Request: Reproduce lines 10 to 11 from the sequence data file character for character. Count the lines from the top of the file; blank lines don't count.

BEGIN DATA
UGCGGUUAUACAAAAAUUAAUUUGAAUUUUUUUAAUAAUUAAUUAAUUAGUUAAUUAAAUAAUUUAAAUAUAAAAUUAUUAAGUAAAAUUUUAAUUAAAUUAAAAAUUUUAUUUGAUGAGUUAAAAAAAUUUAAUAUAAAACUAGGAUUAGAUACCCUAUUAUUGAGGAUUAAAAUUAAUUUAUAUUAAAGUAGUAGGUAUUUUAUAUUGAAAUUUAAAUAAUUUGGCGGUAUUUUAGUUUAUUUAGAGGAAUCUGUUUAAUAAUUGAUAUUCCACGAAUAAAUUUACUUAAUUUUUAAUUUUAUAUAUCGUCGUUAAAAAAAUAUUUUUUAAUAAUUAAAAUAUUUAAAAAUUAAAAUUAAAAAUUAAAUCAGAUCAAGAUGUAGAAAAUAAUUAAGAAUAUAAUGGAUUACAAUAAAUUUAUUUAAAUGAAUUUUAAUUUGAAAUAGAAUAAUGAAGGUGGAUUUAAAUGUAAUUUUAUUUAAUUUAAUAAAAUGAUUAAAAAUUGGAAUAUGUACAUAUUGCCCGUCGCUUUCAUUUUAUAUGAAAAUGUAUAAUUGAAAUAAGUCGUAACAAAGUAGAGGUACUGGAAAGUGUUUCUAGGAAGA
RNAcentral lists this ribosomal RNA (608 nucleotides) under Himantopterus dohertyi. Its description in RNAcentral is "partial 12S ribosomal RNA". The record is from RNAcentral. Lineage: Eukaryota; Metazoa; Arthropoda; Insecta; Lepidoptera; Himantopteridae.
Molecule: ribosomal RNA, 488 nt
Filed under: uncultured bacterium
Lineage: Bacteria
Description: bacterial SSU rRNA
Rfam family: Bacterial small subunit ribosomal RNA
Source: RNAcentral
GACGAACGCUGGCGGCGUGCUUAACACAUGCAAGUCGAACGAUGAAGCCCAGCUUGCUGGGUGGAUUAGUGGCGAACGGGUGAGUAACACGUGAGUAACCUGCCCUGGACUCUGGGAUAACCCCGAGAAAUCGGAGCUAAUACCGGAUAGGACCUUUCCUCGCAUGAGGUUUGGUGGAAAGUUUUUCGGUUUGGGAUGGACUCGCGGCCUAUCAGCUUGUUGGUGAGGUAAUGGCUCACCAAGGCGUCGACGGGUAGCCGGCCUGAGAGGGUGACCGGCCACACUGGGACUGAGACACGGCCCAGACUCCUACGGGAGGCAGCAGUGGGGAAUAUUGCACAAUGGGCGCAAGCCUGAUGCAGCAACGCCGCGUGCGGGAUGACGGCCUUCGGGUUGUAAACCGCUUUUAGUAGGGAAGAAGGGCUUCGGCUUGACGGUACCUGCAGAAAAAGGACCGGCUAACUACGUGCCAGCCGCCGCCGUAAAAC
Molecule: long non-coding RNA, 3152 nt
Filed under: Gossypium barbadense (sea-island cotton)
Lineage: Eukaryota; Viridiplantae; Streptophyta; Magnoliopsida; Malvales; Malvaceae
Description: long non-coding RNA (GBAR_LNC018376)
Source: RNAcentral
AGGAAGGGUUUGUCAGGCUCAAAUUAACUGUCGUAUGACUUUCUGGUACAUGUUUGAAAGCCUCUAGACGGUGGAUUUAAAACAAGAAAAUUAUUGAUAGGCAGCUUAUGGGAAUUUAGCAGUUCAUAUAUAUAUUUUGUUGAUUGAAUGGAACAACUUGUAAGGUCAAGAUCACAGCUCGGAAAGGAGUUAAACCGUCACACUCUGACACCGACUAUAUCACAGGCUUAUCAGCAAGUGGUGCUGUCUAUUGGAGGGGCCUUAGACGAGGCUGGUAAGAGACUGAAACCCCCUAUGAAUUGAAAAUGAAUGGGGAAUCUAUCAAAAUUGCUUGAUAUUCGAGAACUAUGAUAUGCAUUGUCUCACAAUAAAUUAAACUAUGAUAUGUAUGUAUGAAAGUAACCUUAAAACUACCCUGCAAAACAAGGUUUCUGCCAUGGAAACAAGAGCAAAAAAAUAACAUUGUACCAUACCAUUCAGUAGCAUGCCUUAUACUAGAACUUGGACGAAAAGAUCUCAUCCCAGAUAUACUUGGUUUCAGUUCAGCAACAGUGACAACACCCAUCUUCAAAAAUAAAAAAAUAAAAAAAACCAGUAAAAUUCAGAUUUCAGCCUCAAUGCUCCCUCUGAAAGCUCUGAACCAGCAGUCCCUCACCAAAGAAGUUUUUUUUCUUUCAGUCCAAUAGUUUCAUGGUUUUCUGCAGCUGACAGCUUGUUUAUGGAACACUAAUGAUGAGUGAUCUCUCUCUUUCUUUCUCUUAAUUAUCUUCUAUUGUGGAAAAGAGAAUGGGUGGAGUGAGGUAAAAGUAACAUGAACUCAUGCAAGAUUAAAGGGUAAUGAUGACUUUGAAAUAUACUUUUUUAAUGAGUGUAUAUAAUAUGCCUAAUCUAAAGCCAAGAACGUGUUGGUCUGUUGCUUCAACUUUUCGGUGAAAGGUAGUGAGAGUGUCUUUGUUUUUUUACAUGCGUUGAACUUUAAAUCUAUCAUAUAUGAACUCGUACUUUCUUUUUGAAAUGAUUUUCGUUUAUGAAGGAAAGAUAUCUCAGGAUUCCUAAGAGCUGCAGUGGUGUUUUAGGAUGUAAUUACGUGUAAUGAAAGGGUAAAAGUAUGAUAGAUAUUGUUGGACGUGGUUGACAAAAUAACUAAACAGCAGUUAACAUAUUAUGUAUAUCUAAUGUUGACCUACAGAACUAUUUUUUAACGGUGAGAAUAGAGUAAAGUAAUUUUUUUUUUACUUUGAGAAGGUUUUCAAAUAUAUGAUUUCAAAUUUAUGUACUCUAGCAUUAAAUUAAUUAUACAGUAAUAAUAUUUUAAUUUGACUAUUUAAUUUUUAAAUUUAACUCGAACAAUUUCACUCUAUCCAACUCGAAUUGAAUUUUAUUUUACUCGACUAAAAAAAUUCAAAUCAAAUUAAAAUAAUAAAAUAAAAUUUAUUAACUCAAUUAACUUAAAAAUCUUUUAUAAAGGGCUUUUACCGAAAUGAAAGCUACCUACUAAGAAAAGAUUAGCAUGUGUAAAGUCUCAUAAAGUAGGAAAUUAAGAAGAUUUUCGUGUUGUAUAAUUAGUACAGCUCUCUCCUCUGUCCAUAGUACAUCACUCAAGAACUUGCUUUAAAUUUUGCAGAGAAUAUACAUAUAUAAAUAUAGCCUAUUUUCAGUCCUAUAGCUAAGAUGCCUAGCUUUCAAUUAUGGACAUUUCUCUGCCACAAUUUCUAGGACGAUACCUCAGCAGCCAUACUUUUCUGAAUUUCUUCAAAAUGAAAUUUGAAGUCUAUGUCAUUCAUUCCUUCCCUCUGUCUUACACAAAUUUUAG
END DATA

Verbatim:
Molecule: long non-coding RNA, 3152 nt
Filed under: Gossypium barbadense (sea-island cotton)